Auctions are becoming the standard instrument for granting state support in almost all European markets. In economic terms, this is the right step to take as it subjects renewables to market forces and rewards the most efficient projects. This was evident in the latest UK Government Contract for Difference (CfD) auction round, designed to support renewable energy projects being delivered in UK waters. One of the winners in the latest CfD auction round, September 2017, was innogy’s Triton Knoll offshore wind farm, located off England’s east coast. PES invited Richard Sandford, innogy Director of Offshore Investment & Asset Management, to give us an insight into this offshore project. ‘Triton Knoll’s auction success confirms the excellent work we have done in recent years, and proved that we can successfully hold our own in a very competitive market environment,’ Richard said. ‘Thanks to our extensive know-how in the development as well as the construction and operation of complex offshore projects, as well as our varied research and development activities we have succeeded in further reducing the costs for offshore wind energy in the UK.’ The industry pulling together to reduce costs and drive innovation innogy’s 860 megawatt Triton Knoll offshore project was allocated a CfD

Read More

Words: Wouter Slob, Tender & Concepts Engineer, Huisman, the Netherlands The development of current and future offshore wind farms is picking up with wind installation contractors further optimising their toolboxes for efficient installation of offshore wind turbines. Up to now the jack-up vessel has been the platform of choice for installation of wind turbines; providing a stable platform, which when jacked up, uses a crane which reaches high enough to install the nacelle of the wind turbines. Building larger size jack-ups is a costly affair; the Foldable Offshore Crane offers a crane solution, which can increase the installation capabilities of such an asset, offering the same effective lift height with a shorter crane, compared to conventional fixed boom cranes while increasing the payload capacity. With the ever increasing size of wind turbines and the need to make efficient use of the stable platform provided by jack-up vessels, it is invaluable to be able to increase the lifting envelope of the crane, both in height, width and load. This can result in a vessel layout on which a crane boom extends far beyond the main vessel dimensions. In this setup the boom is largely unsupported during transit conditions, resulting in unwanted fatigue wear. The

Read More

Words: Matthias Brandt, Board Director, Deutsche Windtechnik The global wind energy market has always been subject to constant change, but it has rarely changed as rapidly as it is right now. Political realities are evolving, and they are forcing the market to produce results based on one clear objective: absolute cost reduction. Increasing cost pressure is forcing market participants to take action In 2025, the first German offshore wind farms will be connected to the grid without the benefit of any subsidies whatsoever. In Spain, the remuneration of 4.3 cents for onshore wind is shaking up everything that was considered to be reliable up till now. The last onshore tender also put Germany at 4.45 cents. The continuous acquisitions within the industry are creating new structures. In order to maintain or even increase their competitiveness, the various market participants need to work together closely. This also applies to the heterogeneous market for maintenance. The European wind energy markets differ from each other in many respects. Economic conditions and national political frameworks directly affect and control wind energy. In Spain, for example, subsidisation has been withdrawn entirely. This means that the wind energy market conditions here are completely different than in Germany. In turn, the Spanish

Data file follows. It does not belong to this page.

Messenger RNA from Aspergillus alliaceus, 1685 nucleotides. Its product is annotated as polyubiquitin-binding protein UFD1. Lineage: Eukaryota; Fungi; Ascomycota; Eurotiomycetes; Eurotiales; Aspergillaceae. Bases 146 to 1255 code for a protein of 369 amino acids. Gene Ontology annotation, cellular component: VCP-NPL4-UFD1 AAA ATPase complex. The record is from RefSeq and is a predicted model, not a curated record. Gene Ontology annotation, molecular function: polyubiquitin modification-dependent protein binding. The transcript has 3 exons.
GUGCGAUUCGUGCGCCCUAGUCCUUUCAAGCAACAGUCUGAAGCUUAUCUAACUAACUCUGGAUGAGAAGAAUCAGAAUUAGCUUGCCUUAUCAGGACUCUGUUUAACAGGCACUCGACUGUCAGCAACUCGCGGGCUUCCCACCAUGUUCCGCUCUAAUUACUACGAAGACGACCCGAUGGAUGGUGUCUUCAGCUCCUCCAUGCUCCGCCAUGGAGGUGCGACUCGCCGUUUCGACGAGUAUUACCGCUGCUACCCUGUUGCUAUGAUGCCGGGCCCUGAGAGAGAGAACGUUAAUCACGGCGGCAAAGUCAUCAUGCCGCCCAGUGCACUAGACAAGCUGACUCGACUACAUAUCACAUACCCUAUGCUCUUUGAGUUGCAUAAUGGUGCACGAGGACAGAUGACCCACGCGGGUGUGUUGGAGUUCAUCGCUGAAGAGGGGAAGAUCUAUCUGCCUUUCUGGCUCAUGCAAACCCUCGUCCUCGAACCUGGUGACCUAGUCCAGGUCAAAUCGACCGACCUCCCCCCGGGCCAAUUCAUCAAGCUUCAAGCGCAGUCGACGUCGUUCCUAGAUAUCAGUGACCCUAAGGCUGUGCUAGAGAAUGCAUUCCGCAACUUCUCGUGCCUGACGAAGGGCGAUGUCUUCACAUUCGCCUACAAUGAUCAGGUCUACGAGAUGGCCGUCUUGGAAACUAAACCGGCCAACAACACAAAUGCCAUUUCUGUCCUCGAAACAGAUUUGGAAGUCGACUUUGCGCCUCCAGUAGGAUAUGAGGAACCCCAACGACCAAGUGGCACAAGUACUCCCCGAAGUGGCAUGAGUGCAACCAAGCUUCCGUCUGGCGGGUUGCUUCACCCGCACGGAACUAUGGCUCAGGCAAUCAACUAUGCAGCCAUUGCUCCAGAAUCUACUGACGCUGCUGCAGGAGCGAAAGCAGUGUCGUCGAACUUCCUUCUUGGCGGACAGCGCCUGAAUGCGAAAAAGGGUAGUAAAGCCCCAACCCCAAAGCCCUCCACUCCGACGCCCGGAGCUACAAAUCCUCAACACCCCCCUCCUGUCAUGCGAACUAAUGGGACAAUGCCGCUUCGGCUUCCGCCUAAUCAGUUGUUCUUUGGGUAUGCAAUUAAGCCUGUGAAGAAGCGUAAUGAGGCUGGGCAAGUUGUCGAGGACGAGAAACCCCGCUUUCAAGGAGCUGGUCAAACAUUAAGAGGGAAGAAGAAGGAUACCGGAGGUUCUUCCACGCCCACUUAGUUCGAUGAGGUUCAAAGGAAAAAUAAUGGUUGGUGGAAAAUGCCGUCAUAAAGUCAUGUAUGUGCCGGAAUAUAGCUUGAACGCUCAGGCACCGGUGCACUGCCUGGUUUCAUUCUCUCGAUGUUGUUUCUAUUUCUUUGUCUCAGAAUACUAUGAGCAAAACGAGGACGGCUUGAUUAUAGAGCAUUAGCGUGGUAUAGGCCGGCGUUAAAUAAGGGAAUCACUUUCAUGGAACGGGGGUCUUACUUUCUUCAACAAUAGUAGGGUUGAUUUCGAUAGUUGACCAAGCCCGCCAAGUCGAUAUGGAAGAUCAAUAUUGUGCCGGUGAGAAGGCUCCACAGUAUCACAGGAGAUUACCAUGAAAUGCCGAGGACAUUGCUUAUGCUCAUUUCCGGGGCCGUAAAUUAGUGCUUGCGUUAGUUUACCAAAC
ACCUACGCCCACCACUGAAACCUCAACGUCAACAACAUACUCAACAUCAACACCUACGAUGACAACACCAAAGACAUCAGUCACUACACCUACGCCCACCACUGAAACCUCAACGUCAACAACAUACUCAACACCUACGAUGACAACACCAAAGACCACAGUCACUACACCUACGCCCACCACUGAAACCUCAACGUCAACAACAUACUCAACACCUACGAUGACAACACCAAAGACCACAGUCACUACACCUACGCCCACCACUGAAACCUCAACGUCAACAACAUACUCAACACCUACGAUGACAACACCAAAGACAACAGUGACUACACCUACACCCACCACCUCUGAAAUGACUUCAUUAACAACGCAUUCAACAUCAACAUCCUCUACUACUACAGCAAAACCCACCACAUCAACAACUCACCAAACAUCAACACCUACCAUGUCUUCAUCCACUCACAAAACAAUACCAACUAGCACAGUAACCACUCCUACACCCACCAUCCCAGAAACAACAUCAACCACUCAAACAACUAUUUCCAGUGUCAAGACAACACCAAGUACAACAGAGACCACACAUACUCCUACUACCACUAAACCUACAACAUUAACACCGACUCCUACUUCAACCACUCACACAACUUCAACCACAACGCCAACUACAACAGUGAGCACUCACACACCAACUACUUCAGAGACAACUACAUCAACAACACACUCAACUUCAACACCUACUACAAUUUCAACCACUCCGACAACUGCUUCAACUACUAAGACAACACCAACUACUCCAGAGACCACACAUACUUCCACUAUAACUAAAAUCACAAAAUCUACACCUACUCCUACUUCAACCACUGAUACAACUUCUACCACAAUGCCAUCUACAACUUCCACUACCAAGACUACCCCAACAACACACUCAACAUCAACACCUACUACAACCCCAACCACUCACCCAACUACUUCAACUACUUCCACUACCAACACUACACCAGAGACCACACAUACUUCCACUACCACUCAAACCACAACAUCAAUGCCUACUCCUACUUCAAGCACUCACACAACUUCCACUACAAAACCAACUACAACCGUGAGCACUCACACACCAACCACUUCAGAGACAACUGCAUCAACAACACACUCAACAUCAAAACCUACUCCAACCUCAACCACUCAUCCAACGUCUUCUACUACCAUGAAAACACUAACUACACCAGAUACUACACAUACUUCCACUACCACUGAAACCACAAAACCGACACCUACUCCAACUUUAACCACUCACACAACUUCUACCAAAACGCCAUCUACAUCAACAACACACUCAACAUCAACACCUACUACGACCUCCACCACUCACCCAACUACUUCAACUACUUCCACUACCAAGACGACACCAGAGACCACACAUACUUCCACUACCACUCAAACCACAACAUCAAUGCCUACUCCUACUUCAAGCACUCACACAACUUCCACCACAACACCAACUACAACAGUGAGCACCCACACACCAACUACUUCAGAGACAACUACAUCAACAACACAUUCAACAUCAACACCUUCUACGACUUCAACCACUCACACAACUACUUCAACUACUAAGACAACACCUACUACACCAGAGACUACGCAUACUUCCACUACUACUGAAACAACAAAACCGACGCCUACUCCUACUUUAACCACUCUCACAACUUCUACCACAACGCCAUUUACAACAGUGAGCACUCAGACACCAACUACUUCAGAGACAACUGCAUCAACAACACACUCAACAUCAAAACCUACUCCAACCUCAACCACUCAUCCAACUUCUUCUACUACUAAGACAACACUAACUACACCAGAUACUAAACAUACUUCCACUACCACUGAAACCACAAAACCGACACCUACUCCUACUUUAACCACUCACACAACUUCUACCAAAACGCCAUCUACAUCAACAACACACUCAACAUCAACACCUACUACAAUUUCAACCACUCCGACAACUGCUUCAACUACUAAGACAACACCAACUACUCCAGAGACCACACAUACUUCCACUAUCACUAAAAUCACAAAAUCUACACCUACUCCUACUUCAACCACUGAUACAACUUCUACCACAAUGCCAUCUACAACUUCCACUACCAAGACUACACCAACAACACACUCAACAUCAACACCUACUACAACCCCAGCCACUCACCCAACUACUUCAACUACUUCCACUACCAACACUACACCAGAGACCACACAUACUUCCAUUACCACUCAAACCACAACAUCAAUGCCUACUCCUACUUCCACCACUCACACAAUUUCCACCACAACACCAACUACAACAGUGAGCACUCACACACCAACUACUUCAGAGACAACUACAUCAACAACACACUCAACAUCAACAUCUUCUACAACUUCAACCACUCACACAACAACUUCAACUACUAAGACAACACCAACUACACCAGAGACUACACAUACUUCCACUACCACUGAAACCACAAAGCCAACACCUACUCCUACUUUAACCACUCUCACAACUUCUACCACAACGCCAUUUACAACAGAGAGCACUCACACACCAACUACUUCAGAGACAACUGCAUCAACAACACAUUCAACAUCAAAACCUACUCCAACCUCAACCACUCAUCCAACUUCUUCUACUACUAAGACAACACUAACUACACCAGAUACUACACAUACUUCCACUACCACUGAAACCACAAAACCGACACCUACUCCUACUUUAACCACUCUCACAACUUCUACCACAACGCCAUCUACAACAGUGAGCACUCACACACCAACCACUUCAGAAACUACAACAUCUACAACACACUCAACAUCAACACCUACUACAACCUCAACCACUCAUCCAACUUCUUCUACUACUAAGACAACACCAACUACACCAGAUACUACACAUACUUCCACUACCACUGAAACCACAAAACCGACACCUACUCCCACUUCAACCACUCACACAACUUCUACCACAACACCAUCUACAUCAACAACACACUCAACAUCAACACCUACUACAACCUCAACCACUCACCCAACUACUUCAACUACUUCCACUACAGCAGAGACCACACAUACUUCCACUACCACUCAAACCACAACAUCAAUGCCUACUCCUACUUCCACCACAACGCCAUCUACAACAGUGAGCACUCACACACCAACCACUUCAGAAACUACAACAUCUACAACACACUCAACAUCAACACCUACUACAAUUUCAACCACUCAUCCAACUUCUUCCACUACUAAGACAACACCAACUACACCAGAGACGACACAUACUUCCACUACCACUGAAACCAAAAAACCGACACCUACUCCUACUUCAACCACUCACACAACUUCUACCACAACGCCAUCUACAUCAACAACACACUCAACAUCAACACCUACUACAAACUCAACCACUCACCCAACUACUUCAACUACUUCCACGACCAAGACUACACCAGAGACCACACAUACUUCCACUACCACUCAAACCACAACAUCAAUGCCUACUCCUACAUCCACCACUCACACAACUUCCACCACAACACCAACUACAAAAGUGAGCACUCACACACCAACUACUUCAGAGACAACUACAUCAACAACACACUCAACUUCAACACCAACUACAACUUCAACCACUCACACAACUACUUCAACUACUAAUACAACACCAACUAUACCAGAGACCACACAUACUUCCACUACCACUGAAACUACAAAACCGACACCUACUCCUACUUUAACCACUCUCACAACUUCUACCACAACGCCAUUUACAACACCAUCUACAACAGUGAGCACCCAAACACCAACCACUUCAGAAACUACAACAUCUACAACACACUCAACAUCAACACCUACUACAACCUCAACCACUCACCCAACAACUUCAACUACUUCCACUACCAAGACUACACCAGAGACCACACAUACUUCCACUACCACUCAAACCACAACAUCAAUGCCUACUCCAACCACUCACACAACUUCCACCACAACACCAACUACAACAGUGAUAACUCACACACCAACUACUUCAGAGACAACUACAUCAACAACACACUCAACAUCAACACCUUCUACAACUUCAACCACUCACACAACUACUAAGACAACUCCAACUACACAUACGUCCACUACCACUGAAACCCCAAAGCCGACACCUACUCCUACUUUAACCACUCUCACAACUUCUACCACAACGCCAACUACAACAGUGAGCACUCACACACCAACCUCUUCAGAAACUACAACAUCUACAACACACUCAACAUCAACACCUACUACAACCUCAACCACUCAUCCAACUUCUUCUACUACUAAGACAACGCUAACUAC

Read More

PES is excited to introduce TSR, a small Spanish engineering company that has developed technology through R&D, to provide affordable services that can compete in price, with traditional methods in the wind energy sector, solving problems that historically, would have involved risks, non-competitive stopping times and an increase in operating personnel. With the growing number of wind turbines soon to be operating out of warranty, more frequent, minimal risk, effective and affordable services are a necessity in the industry. Maintenance often conflicts with tight budgets and down times but at the same time, high performance rates are expected from the windfarms, where one of the more critical factors is the inspection and repairing of the blades TSR conceived its magnetic coupling robots for wind turbine maintenance, as a solution to minimise cost, reduce risks and obtain better results. The development started with the idea of a climbing, cleaning robot and has evolved into a series of different models of robots, according to the service it provides. The first ones on offer to the public were the EOLOS series, a type of robot specifically designed for blade inspections. TSR entered the international market with the robotic platforms from EOLOS series, a guided

Read More

It’s an exciting time at the Port of Rotterdam. It already has a flourishing business network and is set to get even bigger with the development of the Offshore Center Maasvlakte 2. Joost Eenhuizen, Business Manager, Port of Rotterdam Authority, provides PES with a look in to the future at this unique project in Europe. The ambition of the Port of Rotterdam Authority is to be a world leader in the field of sustainability. The goal is greener industry and logistics, which will improve and maintain the environmental quality. The use of alternative energy supplies such as wind, solar and biomass is increasing so as to provide a viable alternative to fossil fuels. It’s in the Port of Rotterdam’s (PoR) DNA to look ahead and plan new developments. Two new markets, offshore wind and decommissioning are now firmly in sight due to this new venture. The Oil & Gas industry will also benefit from the improvement and expansion of the already good port capabilities. The development of the ‘Offshore Center’ didn’t just happen. It has come after years of thorough research and hundreds of various discussions with different offshore companies, in order to ascertain the needs associated with such big expansion. This ensures

Read More